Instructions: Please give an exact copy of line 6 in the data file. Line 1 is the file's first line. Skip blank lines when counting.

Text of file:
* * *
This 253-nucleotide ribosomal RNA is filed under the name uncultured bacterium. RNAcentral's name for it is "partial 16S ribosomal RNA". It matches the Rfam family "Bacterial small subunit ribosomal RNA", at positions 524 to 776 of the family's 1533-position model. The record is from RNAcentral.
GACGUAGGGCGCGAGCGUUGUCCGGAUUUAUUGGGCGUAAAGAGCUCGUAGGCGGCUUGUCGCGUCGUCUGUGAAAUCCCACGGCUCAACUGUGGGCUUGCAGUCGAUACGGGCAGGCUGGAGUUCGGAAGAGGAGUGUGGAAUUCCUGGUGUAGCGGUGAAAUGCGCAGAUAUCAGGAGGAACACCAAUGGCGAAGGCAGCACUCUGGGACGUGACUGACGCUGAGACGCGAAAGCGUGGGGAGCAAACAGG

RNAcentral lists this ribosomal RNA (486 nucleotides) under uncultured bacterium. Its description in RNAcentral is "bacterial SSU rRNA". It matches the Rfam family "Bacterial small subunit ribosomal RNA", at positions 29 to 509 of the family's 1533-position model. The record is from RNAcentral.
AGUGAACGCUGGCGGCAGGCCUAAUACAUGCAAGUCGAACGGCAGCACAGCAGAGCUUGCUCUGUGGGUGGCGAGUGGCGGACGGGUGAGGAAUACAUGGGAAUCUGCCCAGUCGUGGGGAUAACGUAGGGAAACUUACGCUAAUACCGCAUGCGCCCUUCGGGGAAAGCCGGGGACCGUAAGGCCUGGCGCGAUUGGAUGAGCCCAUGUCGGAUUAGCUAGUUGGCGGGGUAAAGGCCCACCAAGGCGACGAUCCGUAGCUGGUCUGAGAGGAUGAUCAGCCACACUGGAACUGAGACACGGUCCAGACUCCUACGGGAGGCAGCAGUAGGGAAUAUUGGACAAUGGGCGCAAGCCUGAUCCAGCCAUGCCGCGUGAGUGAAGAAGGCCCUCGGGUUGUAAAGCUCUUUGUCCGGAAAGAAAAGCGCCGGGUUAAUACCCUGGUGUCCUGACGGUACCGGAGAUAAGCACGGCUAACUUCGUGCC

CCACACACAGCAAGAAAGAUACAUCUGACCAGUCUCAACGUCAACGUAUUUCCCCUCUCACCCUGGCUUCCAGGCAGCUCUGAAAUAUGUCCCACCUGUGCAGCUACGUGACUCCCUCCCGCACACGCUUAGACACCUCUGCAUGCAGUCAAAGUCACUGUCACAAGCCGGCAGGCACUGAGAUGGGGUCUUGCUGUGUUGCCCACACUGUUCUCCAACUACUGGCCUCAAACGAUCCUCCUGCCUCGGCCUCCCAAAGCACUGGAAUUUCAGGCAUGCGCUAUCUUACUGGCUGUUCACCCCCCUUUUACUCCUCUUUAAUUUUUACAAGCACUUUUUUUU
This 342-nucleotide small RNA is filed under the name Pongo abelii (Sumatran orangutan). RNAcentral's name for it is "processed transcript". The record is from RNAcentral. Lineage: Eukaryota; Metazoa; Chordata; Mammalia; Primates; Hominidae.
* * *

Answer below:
This 342-nucleotide small RNA is filed under the name Pongo abelii (Sumatran orangutan). RNAcentral's name for it is "processed transcript". The record is from RNAcentral. Lineage: Eukaryota; Metazoa; Chordata; Mammalia; Primates; Hominidae.